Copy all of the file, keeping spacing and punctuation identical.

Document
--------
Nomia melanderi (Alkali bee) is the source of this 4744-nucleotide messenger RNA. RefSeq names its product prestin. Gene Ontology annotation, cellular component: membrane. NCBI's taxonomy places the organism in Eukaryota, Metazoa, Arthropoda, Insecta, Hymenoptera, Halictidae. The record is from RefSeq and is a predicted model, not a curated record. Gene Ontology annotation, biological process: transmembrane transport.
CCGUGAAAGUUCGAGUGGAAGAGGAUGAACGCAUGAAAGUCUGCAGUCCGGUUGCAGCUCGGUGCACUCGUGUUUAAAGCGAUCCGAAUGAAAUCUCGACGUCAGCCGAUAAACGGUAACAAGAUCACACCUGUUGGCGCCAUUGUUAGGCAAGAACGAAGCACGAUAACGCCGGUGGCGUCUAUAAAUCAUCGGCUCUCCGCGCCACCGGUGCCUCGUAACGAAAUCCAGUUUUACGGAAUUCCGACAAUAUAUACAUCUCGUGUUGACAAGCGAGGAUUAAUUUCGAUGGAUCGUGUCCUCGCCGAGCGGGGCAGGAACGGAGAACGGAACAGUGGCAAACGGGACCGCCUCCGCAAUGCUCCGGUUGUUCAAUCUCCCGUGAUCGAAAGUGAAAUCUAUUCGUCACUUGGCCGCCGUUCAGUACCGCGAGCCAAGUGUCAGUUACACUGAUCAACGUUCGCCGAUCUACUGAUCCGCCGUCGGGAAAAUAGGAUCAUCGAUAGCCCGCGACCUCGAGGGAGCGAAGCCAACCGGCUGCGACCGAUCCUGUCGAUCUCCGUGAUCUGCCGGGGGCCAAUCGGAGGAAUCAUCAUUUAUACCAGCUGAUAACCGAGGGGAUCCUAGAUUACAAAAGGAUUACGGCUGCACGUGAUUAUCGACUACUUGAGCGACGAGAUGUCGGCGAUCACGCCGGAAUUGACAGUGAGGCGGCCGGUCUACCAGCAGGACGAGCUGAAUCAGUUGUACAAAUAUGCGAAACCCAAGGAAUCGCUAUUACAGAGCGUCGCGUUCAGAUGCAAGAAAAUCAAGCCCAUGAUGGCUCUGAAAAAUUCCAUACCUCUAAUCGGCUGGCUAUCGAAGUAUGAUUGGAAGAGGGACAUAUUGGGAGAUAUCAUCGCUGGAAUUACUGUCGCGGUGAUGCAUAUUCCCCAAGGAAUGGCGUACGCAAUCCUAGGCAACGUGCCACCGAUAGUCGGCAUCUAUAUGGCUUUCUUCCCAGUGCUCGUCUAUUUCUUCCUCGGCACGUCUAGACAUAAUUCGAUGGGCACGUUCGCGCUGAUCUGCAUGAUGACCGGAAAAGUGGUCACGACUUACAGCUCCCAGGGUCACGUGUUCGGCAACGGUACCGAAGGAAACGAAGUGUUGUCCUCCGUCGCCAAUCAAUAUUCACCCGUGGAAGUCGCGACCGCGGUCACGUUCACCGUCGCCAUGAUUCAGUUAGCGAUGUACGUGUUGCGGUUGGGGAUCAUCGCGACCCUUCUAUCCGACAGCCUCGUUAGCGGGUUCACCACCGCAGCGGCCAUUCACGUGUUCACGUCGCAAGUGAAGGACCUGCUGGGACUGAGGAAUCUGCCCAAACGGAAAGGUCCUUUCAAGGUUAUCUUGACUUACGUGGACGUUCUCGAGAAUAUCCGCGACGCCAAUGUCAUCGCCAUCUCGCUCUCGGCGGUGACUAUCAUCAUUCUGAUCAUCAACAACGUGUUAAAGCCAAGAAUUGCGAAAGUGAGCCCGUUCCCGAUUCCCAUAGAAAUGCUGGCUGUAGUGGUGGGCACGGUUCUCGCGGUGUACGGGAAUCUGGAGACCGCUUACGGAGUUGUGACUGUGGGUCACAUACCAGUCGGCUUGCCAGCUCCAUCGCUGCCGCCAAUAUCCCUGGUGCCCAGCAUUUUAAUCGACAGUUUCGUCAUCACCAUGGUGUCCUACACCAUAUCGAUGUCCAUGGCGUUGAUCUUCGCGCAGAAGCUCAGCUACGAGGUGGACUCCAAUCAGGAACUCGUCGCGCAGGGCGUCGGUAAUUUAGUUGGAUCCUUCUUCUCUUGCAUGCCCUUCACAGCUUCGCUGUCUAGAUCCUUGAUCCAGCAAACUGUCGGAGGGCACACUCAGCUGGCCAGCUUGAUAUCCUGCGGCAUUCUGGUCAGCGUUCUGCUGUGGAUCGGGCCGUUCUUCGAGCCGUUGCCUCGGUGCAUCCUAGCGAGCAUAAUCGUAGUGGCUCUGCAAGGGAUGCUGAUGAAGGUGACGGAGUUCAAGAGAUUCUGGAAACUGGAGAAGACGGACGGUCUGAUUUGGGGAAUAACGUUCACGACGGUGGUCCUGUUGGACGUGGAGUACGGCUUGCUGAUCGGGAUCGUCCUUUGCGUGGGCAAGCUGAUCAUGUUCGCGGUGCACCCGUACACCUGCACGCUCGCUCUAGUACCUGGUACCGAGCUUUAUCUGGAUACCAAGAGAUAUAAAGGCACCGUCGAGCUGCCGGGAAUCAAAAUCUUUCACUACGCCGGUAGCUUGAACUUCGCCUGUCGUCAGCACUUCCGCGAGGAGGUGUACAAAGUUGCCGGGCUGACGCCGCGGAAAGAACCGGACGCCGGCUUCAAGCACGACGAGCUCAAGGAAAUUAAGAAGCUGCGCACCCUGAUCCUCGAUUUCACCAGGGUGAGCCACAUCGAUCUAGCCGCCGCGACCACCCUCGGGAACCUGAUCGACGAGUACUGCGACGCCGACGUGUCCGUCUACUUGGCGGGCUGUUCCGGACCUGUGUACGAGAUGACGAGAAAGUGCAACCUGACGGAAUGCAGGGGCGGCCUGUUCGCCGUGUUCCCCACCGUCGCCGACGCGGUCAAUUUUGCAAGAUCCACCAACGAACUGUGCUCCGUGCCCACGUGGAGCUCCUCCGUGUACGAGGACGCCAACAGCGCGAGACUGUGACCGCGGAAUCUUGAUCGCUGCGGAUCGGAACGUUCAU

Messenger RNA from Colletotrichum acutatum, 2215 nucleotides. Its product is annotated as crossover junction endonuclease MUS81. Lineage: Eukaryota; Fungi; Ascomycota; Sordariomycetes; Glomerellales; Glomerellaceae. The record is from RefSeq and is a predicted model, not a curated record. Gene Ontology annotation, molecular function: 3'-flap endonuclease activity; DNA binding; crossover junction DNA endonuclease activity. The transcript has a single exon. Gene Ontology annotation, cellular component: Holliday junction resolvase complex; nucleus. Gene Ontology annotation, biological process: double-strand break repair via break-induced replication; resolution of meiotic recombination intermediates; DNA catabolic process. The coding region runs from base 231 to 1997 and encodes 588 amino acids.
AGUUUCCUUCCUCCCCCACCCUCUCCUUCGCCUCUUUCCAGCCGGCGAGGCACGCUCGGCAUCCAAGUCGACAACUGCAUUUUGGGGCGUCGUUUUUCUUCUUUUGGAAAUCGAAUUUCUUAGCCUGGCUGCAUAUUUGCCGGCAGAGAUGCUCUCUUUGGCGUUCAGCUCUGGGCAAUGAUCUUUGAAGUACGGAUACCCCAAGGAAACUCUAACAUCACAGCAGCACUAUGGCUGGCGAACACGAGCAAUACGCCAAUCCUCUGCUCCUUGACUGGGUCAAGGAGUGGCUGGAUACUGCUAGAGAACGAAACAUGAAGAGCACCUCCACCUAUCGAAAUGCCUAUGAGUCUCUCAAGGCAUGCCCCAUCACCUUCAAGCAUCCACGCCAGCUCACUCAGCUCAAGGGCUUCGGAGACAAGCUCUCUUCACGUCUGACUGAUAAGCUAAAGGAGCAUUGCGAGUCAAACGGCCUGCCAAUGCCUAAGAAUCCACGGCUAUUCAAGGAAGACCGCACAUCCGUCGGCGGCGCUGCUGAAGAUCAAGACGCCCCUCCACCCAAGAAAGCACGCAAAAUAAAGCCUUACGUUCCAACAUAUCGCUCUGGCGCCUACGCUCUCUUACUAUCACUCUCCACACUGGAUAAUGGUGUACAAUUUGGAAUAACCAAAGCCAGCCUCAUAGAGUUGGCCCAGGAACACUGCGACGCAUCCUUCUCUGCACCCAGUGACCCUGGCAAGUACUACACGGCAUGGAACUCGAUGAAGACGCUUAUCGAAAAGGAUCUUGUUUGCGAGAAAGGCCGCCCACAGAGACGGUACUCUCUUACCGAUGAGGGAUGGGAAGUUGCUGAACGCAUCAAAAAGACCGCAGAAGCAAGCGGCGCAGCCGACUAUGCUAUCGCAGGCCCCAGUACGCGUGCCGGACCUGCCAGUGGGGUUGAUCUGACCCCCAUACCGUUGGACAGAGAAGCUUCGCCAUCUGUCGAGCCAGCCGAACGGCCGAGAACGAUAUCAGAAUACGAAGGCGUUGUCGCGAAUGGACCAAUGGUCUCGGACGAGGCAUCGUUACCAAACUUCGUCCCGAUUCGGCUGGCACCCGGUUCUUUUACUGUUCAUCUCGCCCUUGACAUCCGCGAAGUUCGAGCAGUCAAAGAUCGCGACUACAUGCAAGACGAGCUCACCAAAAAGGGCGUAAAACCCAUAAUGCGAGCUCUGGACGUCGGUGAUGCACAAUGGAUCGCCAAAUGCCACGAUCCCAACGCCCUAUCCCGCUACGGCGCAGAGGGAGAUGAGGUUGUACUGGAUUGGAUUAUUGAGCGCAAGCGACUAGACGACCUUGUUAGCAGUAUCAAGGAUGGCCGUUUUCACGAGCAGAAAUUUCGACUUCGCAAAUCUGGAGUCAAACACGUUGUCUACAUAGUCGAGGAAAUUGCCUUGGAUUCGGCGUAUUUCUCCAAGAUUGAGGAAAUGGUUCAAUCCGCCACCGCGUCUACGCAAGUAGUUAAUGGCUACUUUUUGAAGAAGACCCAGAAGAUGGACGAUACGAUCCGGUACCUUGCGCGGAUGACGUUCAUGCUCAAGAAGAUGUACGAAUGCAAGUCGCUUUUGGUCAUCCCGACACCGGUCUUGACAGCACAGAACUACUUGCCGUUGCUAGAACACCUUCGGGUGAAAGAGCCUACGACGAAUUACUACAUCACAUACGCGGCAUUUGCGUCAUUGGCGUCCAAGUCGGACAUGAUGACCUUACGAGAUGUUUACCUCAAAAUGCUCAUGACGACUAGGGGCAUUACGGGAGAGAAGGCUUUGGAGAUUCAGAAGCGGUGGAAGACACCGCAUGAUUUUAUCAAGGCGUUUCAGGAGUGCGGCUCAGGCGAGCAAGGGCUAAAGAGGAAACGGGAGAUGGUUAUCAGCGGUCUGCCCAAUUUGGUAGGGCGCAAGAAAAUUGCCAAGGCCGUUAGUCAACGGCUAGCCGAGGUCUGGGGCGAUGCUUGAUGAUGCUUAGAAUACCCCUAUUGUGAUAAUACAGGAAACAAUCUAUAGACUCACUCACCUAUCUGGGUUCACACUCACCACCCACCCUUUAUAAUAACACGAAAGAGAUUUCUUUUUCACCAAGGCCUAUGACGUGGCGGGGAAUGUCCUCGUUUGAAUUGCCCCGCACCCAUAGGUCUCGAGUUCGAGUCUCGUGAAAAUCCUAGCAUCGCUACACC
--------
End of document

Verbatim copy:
Nomia melanderi (Alkali bee) is the source of this 4744-nucleotide messenger RNA. RefSeq names its product prestin. Gene Ontology annotation, cellular component: membrane. NCBI's taxonomy places the organism in Eukaryota, Metazoa, Arthropoda, Insecta, Hymenoptera, Halictidae. The record is from RefSeq and is a predicted model, not a curated record. Gene Ontology annotation, biological process: transmembrane transport.
CCGUGAAAGUUCGAGUGGAAGAGGAUGAACGCAUGAAAGUCUGCAGUCCGGUUGCAGCUCGGUGCACUCGUGUUUAAAGCGAUCCGAAUGAAAUCUCGACGUCAGCCGAUAAACGGUAACAAGAUCACACCUGUUGGCGCCAUUGUUAGGCAAGAACGAAGCACGAUAACGCCGGUGGCGUCUAUAAAUCAUCGGCUCUCCGCGCCACCGGUGCCUCGUAACGAAAUCCAGUUUUACGGAAUUCCGACAAUAUAUACAUCUCGUGUUGACAAGCGAGGAUUAAUUUCGAUGGAUCGUGUCCUCGCCGAGCGGGGCAGGAACGGAGAACGGAACAGUGGCAAACGGGACCGCCUCCGCAAUGCUCCGGUUGUUCAAUCUCCCGUGAUCGAAAGUGAAAUCUAUUCGUCACUUGGCCGCCGUUCAGUACCGCGAGCCAAGUGUCAGUUACACUGAUCAACGUUCGCCGAUCUACUGAUCCGCCGUCGGGAAAAUAGGAUCAUCGAUAGCCCGCGACCUCGAGGGAGCGAAGCCAACCGGCUGCGACCGAUCCUGUCGAUCUCCGUGAUCUGCCGGGGGCCAAUCGGAGGAAUCAUCAUUUAUACCAGCUGAUAACCGAGGGGAUCCUAGAUUACAAAAGGAUUACGGCUGCACGUGAUUAUCGACUACUUGAGCGACGAGAUGUCGGCGAUCACGCCGGAAUUGACAGUGAGGCGGCCGGUCUACCAGCAGGACGAGCUGAAUCAGUUGUACAAAUAUGCGAAACCCAAGGAAUCGCUAUUACAGAGCGUCGCGUUCAGAUGCAAGAAAAUCAAGCCCAUGAUGGCUCUGAAAAAUUCCAUACCUCUAAUCGGCUGGCUAUCGAAGUAUGAUUGGAAGAGGGACAUAUUGGGAGAUAUCAUCGCUGGAAUUACUGUCGCGGUGAUGCAUAUUCCCCAAGGAAUGGCGUACGCAAUCCUAGGCAACGUGCCACCGAUAGUCGGCAUCUAUAUGGCUUUCUUCCCAGUGCUCGUCUAUUUCUUCCUCGGCACGUCUAGACAUAAUUCGAUGGGCACGUUCGCGCUGAUCUGCAUGAUGACCGGAAAAGUGGUCACGACUUACAGCUCCCAGGGUCACGUGUUCGGCAACGGUACCGAAGGAAACGAAGUGUUGUCCUCCGUCGCCAAUCAAUAUUCACCCGUGGAAGUCGCGACCGCGGUCACGUUCACCGUCGCCAUGAUUCAGUUAGCGAUGUACGUGUUGCGGUUGGGGAUCAUCGCGACCCUUCUAUCCGACAGCCUCGUUAGCGGGUUCACCACCGCAGCGGCCAUUCACGUGUUCACGUCGCAAGUGAAGGACCUGCUGGGACUGAGGAAUCUGCCCAAACGGAAAGGUCCUUUCAAGGUUAUCUUGACUUACGUGGACGUUCUCGAGAAUAUCCGCGACGCCAAUGUCAUCGCCAUCUCGCUCUCGGCGGUGACUAUCAUCAUUCUGAUCAUCAACAACGUGUUAAAGCCAAGAAUUGCGAAAGUGAGCCCGUUCCCGAUUCCCAUAGAAAUGCUGGCUGUAGUGGUGGGCACGGUUCUCGCGGUGUACGGGAAUCUGGAGACCGCUUACGGAGUUGUGACUGUGGGUCACAUACCAGUCGGCUUGCCAGCUCCAUCGCUGCCGCCAAUAUCCCUGGUGCCCAGCAUUUUAAUCGACAGUUUCGUCAUCACCAUGGUGUCCUACACCAUAUCGAUGUCCAUGGCGUUGAUCUUCGCGCAGAAGCUCAGCUACGAGGUGGACUCCAAUCAGGAACUCGUCGCGCAGGGCGUCGGUAAUUUAGUUGGAUCCUUCUUCUCUUGCAUGCCCUUCACAGCUUCGCUGUCUAGAUCCUUGAUCCAGCAAACUGUCGGAGGGCACACUCAGCUGGCCAGCUUGAUAUCCUGCGGCAUUCUGGUCAGCGUUCUGCUGUGGAUCGGGCCGUUCUUCGAGCCGUUGCCUCGGUGCAUCCUAGCGAGCAUAAUCGUAGUGGCUCUGCAAGGGAUGCUGAUGAAGGUGACGGAGUUCAAGAGAUUCUGGAAACUGGAGAAGACGGACGGUCUGAUUUGGGGAAUAACGUUCACGACGGUGGUCCUGUUGGACGUGGAGUACGGCUUGCUGAUCGGGAUCGUCCUUUGCGUGGGCAAGCUGAUCAUGUUCGCGGUGCACCCGUACACCUGCACGCUCGCUCUAGUACCUGGUACCGAGCUUUAUCUGGAUACCAAGAGAUAUAAAGGCACCGUCGAGCUGCCGGGAAUCAAAAUCUUUCACUACGCCGGUAGCUUGAACUUCGCCUGUCGUCAGCACUUCCGCGAGGAGGUGUACAAAGUUGCCGGGCUGACGCCGCGGAAAGAACCGGACGCCGGCUUCAAGCACGACGAGCUCAAGGAAAUUAAGAAGCUGCGCACCCUGAUCCUCGAUUUCACCAGGGUGAGCCACAUCGAUCUAGCCGCCGCGACCACCCUCGGGAACCUGAUCGACGAGUACUGCGACGCCGACGUGUCCGUCUACUUGGCGGGCUGUUCCGGACCUGUGUACGAGAUGACGAGAAAGUGCAACCUGACGGAAUGCAGGGGCGGCCUGUUCGCCGUGUUCCCCACCGUCGCCGACGCGGUCAAUUUUGCAAGAUCCACCAACGAACUGUGCUCCGUGCCCACGUGGAGCUCCUCCGUGUACGAGGACGCCAACAGCGCGAGACUGUGACCGCGGAAUCUUGAUCGCUGCGGAUCGGAACGUUCAU

Messenger RNA from Colletotrichum acutatum, 2215 nucleotides. Its product is annotated as crossover junction endonuclease MUS81. Lineage: Eukaryota; Fungi; Ascomycota; Sordariomycetes; Glomerellales; Glomerellaceae. The record is from RefSeq and is a predicted model, not a curated record. Gene Ontology annotation, molecular function: 3'-flap endonuclease activity; DNA binding; crossover junction DNA endonuclease activity. The transcript has a single exon. Gene Ontology annotation, cellular component: Holliday junction resolvase complex; nucleus. Gene Ontology annotation, biological process: double-strand break repair via break-induced replication; resolution of meiotic recombination intermediates; DNA catabolic process. The coding region runs from base 231 to 1997 and encodes 588 amino acids.
AGUUUCCUUCCUCCCCCACCCUCUCCUUCGCCUCUUUCCAGCCGGCGAGGCACGCUCGGCAUCCAAGUCGACAACUGCAUUUUGGGGCGUCGUUUUUCUUCUUUUGGAAAUCGAAUUUCUUAGCCUGGCUGCAUAUUUGCCGGCAGAGAUGCUCUCUUUGGCGUUCAGCUCUGGGCAAUGAUCUUUGAAGUACGGAUACCCCAAGGAAACUCUAACAUCACAGCAGCACUAUGGCUGGCGAACACGAGCAAUACGCCAAUCCUCUGCUCCUUGACUGGGUCAAGGAGUGGCUGGAUACUGCUAGAGAACGAAACAUGAAGAGCACCUCCACCUAUCGAAAUGCCUAUGAGUCUCUCAAGGCAUGCCCCAUCACCUUCAAGCAUCCACGCCAGCUCACUCAGCUCAAGGGCUUCGGAGACAAGCUCUCUUCACGUCUGACUGAUAAGCUAAAGGAGCAUUGCGAGUCAAACGGCCUGCCAAUGCCUAAGAAUCCACGGCUAUUCAAGGAAGACCGCACAUCCGUCGGCGGCGCUGCUGAAGAUCAAGACGCCCCUCCACCCAAGAAAGCACGCAAAAUAAAGCCUUACGUUCCAACAUAUCGCUCUGGCGCCUACGCUCUCUUACUAUCACUCUCCACACUGGAUAAUGGUGUACAAUUUGGAAUAACCAAAGCCAGCCUCAUAGAGUUGGCCCAGGAACACUGCGACGCAUCCUUCUCUGCACCCAGUGACCCUGGCAAGUACUACACGGCAUGGAACUCGAUGAAGACGCUUAUCGAAAAGGAUCUUGUUUGCGAGAAAGGCCGCCCACAGAGACGGUACUCUCUUACCGAUGAGGGAUGGGAAGUUGCUGAACGCAUCAAAAAGACCGCAGAAGCAAGCGGCGCAGCCGACUAUGCUAUCGCAGGCCCCAGUACGCGUGCCGGACCUGCCAGUGGGGUUGAUCUGACCCCCAUACCGUUGGACAGAGAAGCUUCGCCAUCUGUCGAGCCAGCCGAACGGCCGAGAACGAUAUCAGAAUACGAAGGCGUUGUCGCGAAUGGACCAAUGGUCUCGGACGAGGCAUCGUUACCAAACUUCGUCCCGAUUCGGCUGGCACCCGGUUCUUUUACUGUUCAUCUCGCCCUUGACAUCCGCGAAGUUCGAGCAGUCAAAGAUCGCGACUACAUGCAAGACGAGCUCACCAAAAAGGGCGUAAAACCCAUAAUGCGAGCUCUGGACGUCGGUGAUGCACAAUGGAUCGCCAAAUGCCACGAUCCCAACGCCCUAUCCCGCUACGGCGCAGAGGGAGAUGAGGUUGUACUGGAUUGGAUUAUUGAGCGCAAGCGACUAGACGACCUUGUUAGCAGUAUCAAGGAUGGCCGUUUUCACGAGCAGAAAUUUCGACUUCGCAAAUCUGGAGUCAAACACGUUGUCUACAUAGUCGAGGAAAUUGCCUUGGAUUCGGCGUAUUUCUCCAAGAUUGAGGAAAUGGUUCAAUCCGCCACCGCGUCUACGCAAGUAGUUAAUGGCUACUUUUUGAAGAAGACCCAGAAGAUGGACGAUACGAUCCGGUACCUUGCGCGGAUGACGUUCAUGCUCAAGAAGAUGUACGAAUGCAAGUCGCUUUUGGUCAUCCCGACACCGGUCUUGACAGCACAGAACUACUUGCCGUUGCUAGAACACCUUCGGGUGAAAGAGCCUACGACGAAUUACUACAUCACAUACGCGGCAUUUGCGUCAUUGGCGUCCAAGUCGGACAUGAUGACCUUACGAGAUGUUUACCUCAAAAUGCUCAUGACGACUAGGGGCAUUACGGGAGAGAAGGCUUUGGAGAUUCAGAAGCGGUGGAAGACACCGCAUGAUUUUAUCAAGGCGUUUCAGGAGUGCGGCUCAGGCGAGCAAGGGCUAAAGAGGAAACGGGAGAUGGUUAUCAGCGGUCUGCCCAAUUUGGUAGGGCGCAAGAAAAUUGCCAAGGCCGUUAGUCAACGGCUAGCCGAGGUCUGGGGCGAUGCUUGAUGAUGCUUAGAAUACCCCUAUUGUGAUAAUACAGGAAACAAUCUAUAGACUCACUCACCUAUCUGGGUUCACACUCACCACCCACCCUUUAUAAUAACACGAAAGAGAUUUCUUUUUCACCAAGGCCUAUGACGUGGCGGGGAAUGUCCUCGUUUGAAUUGCCCCGCACCCAUAGGUCUCGAGUUCGAGUCUCGUGAAAAUCCUAGCAUCGCUACACC